World recognition

country date
 United States 22 March 1917
 United Kingdom 24 March 1917
 France
 Italy

Formation

Governo provvisorio russo marzo 1917
Russian Provisional Government in March 1917

The authority of the Tsar's government began disintegrating on 1 November 1916, when Milyukov attacked the Boris Stürmer government in the Duma. Stürmer was succeeded by Alexander Trepov and Nikolai Golitsyn, both Prime Ministers for only a few weeks. During the February Revolution two rival institutions, the imperial State Duma and the Petrograd Soviet, both located in the Tauride Palace, competed for power. Tsar Nicholas II (1868-1918) abdicated on 2 March [15 March, N.S.], and Milyukov announced the committee's decision to offer the Regency to his brother, Grand Duke Michael, as the next tsar.[8] Grand Duke Michael did not want to take the poisoned chalice[9] and deferred acceptance of imperial power the next day. The Provisional Government was designed to set up elections to the Assembly while maintaining essential government services, but its power was effectively limited by the Petrograd Soviet's growing authority.

Public announcement of the formation of the Provisional Government was made. It was published in Izvestia the day after its formation.[10] The announcement stated the declaration of government

  • Full and immediate amnesty on all issues political and religious, including: terrorist acts, military uprisings, and agrarian crimes etc.
  • Freedom of word, press, unions, assemblies, and strikes with spread of political freedoms to military servicemen within the restrictions allowed by military-technical conditions.
  • Abolition of all hereditary, religious, and national class restrictions.
  • Immediate preparations for the convocation on basis of universal, equal, secret, and direct vote for the Constituent Assembly which will determine the form of government and the constitution.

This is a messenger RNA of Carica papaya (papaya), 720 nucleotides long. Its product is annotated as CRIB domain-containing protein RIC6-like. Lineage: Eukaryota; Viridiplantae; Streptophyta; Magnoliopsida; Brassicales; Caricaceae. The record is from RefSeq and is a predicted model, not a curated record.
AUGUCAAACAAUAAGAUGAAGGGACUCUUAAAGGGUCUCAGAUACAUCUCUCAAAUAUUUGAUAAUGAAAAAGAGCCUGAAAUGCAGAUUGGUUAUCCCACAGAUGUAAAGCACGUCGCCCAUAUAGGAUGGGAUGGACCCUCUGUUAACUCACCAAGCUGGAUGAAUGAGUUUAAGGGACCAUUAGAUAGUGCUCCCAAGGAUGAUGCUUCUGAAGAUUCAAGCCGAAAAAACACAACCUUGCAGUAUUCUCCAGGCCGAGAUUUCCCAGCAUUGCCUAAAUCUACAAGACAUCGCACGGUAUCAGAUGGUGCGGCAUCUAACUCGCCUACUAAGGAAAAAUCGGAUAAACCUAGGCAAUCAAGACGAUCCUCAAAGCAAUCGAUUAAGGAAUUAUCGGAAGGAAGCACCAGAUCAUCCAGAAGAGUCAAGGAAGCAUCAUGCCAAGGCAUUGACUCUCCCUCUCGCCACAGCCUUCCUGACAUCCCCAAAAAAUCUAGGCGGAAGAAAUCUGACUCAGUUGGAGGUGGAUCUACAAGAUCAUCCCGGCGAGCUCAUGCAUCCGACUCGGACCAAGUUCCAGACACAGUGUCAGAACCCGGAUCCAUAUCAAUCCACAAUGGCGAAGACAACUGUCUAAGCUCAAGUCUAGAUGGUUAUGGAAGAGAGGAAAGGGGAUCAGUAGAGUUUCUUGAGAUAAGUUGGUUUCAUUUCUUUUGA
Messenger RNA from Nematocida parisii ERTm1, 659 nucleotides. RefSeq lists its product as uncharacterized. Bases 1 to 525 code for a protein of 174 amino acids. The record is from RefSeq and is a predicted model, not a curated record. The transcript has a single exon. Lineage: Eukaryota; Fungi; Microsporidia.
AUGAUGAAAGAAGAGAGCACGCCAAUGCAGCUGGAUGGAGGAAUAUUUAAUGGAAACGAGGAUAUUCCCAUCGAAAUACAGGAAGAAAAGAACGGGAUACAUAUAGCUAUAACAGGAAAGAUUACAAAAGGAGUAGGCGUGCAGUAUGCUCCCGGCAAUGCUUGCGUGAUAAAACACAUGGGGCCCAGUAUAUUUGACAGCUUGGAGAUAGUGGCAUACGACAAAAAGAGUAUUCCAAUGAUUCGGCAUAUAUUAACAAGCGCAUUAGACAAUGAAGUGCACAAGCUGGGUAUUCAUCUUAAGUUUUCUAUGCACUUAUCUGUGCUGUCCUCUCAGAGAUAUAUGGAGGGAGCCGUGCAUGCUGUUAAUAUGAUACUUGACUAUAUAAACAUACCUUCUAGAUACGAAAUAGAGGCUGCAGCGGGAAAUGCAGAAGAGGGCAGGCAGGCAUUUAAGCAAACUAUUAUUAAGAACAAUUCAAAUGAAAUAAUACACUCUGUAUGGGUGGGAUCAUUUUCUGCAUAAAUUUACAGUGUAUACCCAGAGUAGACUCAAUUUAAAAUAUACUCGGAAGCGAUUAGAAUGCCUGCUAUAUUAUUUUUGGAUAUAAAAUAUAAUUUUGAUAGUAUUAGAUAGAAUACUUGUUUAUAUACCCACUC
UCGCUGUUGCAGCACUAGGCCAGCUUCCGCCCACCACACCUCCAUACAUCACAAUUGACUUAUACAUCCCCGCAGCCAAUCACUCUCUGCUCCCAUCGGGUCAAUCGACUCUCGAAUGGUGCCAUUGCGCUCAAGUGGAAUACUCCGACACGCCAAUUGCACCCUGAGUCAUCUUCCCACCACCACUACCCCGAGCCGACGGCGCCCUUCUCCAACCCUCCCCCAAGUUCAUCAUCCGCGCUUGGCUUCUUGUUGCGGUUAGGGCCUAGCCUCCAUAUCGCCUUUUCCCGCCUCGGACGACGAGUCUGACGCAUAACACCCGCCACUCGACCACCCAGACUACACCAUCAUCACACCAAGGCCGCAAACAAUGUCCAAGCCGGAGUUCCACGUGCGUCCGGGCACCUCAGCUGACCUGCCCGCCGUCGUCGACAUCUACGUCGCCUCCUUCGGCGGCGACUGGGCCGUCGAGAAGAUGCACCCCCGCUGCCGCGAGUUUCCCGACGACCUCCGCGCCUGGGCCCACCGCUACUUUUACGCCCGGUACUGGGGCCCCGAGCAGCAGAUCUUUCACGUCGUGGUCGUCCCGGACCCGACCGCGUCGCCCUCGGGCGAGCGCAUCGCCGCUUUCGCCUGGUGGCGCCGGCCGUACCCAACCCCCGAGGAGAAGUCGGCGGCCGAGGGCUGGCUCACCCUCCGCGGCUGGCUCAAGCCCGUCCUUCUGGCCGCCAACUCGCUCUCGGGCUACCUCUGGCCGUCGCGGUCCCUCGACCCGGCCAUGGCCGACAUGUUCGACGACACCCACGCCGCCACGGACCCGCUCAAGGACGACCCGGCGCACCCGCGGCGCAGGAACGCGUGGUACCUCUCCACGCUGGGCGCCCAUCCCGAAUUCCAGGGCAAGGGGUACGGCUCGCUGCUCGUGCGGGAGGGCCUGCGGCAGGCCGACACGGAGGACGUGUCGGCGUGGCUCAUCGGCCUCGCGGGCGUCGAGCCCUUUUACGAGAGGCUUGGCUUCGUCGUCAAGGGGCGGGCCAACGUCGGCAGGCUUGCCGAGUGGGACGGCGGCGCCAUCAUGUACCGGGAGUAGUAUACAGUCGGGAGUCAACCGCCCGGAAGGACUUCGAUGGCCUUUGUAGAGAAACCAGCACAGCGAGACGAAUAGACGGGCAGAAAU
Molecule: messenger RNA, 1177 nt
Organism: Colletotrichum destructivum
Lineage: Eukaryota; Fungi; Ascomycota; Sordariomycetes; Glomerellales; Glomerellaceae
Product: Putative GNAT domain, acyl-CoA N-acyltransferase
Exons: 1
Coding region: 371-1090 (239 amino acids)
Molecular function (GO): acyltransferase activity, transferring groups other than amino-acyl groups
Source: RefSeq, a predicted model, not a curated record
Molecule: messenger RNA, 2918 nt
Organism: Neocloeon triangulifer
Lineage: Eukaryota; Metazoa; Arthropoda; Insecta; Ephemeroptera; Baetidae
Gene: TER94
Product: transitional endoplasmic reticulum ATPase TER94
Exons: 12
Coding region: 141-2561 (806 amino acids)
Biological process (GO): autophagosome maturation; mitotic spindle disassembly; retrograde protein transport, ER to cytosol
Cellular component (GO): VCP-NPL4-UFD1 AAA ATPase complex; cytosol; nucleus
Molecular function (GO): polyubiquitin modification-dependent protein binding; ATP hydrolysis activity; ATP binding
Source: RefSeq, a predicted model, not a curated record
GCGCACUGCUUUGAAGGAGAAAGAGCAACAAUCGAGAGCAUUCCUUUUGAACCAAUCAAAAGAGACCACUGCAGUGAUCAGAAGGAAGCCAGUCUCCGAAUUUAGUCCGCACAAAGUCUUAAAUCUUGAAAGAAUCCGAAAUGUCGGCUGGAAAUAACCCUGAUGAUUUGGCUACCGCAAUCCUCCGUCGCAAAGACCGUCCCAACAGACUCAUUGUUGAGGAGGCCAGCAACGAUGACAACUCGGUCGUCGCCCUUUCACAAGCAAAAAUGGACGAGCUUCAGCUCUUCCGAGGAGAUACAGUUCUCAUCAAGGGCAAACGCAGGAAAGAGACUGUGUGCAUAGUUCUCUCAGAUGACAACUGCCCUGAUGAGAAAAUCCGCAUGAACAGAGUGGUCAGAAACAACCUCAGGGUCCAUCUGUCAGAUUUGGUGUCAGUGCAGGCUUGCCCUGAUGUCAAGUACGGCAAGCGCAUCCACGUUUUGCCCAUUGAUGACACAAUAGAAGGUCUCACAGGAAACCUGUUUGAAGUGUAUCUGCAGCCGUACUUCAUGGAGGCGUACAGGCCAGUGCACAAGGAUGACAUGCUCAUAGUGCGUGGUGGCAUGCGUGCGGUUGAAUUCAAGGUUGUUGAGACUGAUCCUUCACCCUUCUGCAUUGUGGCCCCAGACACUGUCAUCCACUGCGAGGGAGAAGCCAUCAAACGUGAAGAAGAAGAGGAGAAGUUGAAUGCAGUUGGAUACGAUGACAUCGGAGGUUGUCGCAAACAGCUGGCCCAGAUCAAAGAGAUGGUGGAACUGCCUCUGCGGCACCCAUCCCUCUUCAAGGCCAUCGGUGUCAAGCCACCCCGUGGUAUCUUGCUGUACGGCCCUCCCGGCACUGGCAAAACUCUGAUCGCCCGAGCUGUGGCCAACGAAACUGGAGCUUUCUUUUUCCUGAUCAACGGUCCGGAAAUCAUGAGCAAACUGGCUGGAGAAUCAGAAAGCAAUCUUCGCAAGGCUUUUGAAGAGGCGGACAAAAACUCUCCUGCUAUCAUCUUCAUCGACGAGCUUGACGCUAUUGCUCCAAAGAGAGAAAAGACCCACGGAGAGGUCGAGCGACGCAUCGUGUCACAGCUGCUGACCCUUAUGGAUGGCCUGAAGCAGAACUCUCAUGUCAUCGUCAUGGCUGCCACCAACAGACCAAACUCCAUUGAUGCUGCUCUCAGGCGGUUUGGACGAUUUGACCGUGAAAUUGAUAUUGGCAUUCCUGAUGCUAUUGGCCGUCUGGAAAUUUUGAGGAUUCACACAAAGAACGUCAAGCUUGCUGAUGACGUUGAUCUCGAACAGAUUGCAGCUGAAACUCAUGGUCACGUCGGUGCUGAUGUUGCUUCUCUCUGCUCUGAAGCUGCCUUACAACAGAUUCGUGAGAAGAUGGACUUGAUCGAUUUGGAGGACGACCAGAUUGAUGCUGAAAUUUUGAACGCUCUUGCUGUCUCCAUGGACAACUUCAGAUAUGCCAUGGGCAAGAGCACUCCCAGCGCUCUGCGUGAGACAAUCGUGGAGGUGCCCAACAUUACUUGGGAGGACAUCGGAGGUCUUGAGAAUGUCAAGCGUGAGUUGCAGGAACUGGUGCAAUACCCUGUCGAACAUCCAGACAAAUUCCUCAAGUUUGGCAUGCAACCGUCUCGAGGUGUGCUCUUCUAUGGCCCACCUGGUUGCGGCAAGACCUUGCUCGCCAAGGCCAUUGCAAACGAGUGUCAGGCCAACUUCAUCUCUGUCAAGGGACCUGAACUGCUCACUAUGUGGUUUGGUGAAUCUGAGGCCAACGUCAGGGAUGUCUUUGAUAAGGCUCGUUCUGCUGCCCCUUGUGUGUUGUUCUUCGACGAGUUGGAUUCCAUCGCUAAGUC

• Replacement of the police with a public militsiya and its elected chairmanship subordinated to the local authorities.
  • Elections to the authorities of local self-government on basis of universal, direct, equal, and secret vote.
  • Non-disarmament and non-withdrawal out of Petrograd the military units participating in the revolution movement.
  • Under preservation of strict discipline in ranks and performing a military service - elimination of all restrictions for soldiers in the use of public rights granted to all other citizens.

It also said, "The provisional government feels obliged to add that it is not intended to take advantage of military circumstances for any delay in implementing the above reforms and measures."

Initial composition

Initial composition of the Provisional Government:

Post Name Party Time of appointment
Minister-President and Minister of the Interior Georgy Lvov March 1917
Minister of Foreign Affairs Pavel Milyukov Kadet March 1917
Mikhail Tereshchenko Non-Party April 1917
Minister of War and Navy Alexander Guchkov Octobrist March 1917
Alexander Kerensky Socialist-Revolutionary Party April 1917
Minister of Transport Nikolai Nekrasov Kadet March 1917